To say Curtis Jones is a landscape photographer, would be like saying Gordon Ramsay likes to cook. Curtis is someone who (unlike Ramsey) is extremely humble and unassuming in nature. However, when you speak with him you’ll realize that he has a lot of great thoughts about his craft.
This statement drew me to Curtis’ work in the first place!
“I often struggle with my place in the outdoor photography world. Too abstract and you lose the message, too literal and it starts to feel less personal. I guess it’s a balancing act for all of us. Walking that line between expected brand or content vs. constant evolution. Landscape photography, in particular, is a paradox. Landscapes (mountains, oceans, arctic tundras) in of themselves do not ‘feel,’ they require the human experience. So, for me there is always a discussion I have with myself; How does a place ‘literally’ look and then how does it look to me, with all my experiences, hopes, fears, and intentions. In a sense, we are projecting our thoughts, emotions, fears, hopes, etc. on the physical world around us.”
Finding that balance you mentioned above is so critical. Your shots carry a lot of emotion in them! What is it that you want each photograph to convey after you’re done working on them? How much of that comes from the post-processing and how much comes from framing the scene?
I guess I’m always trying to distill my experience into a single image or set of images. I have so much appreciation for how vast our natural world is. The words epic, or awesome, can easily become cliche – quick nods to the power and beauty of the world around us. I want my images to have resonance. Ideally, I would like my work to convey humility and respect for a place or an environment. An appreciation for what makes me feel most alive and human. To feel insignificant but connected to something bigger than myself, this is truly freeing for me. Much of this energy that I am trying to convey comes from spending extended time in these places. I feel my best work comes from letting a place settle. I always have a bias or vision when exploring new scenes. I try to let that voice have its moment then let go of it. In the field, composition is a slow and deliberate process. Like songwriting, I’ll often find my “hook” first. That thing that draws me back over and over. Once I have identified what I find compelling I’ll get to work refining the frame, working toward minimalism, cutting away everything that’s not necessary.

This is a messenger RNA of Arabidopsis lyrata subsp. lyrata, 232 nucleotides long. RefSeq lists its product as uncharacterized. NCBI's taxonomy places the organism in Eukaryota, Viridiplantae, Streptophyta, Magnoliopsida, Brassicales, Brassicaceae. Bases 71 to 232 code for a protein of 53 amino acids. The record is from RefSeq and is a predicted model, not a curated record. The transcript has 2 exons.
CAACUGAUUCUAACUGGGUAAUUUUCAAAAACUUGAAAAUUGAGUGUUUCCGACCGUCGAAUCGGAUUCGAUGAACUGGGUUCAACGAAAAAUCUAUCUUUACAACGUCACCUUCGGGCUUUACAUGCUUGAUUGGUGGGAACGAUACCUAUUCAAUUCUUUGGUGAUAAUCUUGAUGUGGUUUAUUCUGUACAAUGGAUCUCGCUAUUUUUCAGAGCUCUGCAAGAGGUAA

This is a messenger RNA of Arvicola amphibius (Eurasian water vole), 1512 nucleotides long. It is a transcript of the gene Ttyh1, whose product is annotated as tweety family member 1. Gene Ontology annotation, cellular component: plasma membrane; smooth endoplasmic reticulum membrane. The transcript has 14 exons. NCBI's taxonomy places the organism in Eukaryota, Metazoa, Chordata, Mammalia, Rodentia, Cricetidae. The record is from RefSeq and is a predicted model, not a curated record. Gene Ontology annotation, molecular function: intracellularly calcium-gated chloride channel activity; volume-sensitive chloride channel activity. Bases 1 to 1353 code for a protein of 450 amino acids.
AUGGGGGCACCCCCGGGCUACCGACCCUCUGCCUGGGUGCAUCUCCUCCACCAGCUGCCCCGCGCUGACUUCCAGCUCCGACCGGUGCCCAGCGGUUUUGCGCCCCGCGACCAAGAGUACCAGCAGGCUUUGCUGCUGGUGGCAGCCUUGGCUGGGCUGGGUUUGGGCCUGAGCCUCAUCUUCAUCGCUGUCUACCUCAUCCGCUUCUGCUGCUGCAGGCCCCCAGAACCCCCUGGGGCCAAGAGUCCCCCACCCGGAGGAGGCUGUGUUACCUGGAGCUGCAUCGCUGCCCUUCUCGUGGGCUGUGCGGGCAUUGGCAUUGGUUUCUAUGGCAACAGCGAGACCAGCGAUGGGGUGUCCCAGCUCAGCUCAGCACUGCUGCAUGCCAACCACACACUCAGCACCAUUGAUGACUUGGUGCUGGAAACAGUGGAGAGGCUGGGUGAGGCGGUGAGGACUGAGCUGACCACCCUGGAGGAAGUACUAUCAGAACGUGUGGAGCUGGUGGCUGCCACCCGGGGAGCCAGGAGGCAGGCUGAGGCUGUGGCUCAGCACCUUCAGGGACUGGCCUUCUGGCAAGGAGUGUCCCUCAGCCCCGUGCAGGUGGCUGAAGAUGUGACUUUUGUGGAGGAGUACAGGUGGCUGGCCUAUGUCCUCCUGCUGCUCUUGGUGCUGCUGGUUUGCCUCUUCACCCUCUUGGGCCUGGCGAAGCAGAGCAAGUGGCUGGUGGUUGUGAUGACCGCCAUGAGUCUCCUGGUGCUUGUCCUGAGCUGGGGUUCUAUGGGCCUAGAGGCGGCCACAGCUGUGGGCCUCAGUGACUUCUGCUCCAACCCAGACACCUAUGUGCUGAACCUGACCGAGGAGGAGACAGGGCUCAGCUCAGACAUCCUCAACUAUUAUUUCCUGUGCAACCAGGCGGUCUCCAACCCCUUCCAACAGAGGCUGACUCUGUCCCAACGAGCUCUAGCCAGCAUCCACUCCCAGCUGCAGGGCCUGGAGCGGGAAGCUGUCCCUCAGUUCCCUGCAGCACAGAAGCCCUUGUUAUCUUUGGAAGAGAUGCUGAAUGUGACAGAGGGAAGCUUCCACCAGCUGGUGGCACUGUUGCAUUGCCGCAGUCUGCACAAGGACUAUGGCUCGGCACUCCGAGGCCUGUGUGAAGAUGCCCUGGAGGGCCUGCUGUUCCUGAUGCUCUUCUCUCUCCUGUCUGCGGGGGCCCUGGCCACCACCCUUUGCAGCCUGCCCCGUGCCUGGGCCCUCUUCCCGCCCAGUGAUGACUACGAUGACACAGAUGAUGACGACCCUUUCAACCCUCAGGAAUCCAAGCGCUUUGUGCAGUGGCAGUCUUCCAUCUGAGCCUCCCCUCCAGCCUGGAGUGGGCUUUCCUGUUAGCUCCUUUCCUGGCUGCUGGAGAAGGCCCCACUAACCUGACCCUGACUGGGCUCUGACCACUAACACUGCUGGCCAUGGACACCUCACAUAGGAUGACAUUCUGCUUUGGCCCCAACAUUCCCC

More and more this process is just the beginning. With time my mindset has shifted from capturing the literal toward conveying resonance and mood. I’ve always been a sketcher and half-ass painter. I love enhancing a scene in post. Not because I feel my raw image is not good enough but because it feels necessary to replicate my experience. My experience is never a literal one, how could it be? Post-processing work helps get my photograph closer to how I perceived the scene, how it felt. And this, as well, is a sliding scale. Sometimes needing a very light touch and other times hours of craft.
What is something about your work that most people don’t realize just by looking at it? I assume most of our readers shoot portraits. I wonder if there are any commonalities between landscapes and portrait photography. If so, what are they?
I think there are commonalities. At the very least a point could be made about capturing the essence of place vs person.
In a sense, both subjects can be fleeting. A candid portrait can capture perfectly a moment or the true nature of a person. Similarly, a passing moment in nature, morning light reflected in an ocean break, for example, may say more about a place than an entire week spent waiting for the stars to align.
As creators, something of ourselves goes into every photograph. The moment we decide to shoot a person or a landscape, any subject really, we change it.
To be honest, mostly, I have no idea what people realize about my work. I guess something that I don’t promote or include with the images is a detailed backstory. Almost all my work has an element of self-deprecation, insignificance and humor. I like that creating these photographs allows me to live life in the places and with the people that I care most about.
You always seem to be very present in the moment based on how you try to really capture the essence of where you are. When do you decide to pick up the camera and take a photo vs putting it down and appreciating the moment?
It’s a sliding scale for me. Sometimes I hit an area with an agenda and I rock it hard for as long as I am there. That’s less common if I am shooting primarily for myself though. In an ideal scenario, I would arrive at a location a day or more before I really needed to produce and take my time letting the place sink in. Hiking around with only my phone, snapping quick compositions and making note of sun or star placement or an interesting hook when the light is better. I’m sketching ideas, loosely keep track of things to revisit but mostly just getting a feel for a place. There is a certain amount of anxiety and pressure that accompanies shooting beautiful light in epic locations. Capturing the moments that make the world scream with envy as they scroll social media feeds. It’s always a battle to give that anxiety it’s moment, acknowledge it and then move on. Sometimes this is as simple as shooting like a crazy person for 10 minutes then putting the camera back in the bag. Other times I will intentionally leave the gear and walk until I’m not afraid of missing out anymore and instead I’m just super excited to shoot. It’s a fine line, but an important one.
A dead giveaway for me in knowing when to put the camera down is if I’m constantly battling the conditions for progressively poor results. I decided a long time ago that if the sole purpose of the trip was to make a stunning image, I’d likely not enjoy that trip.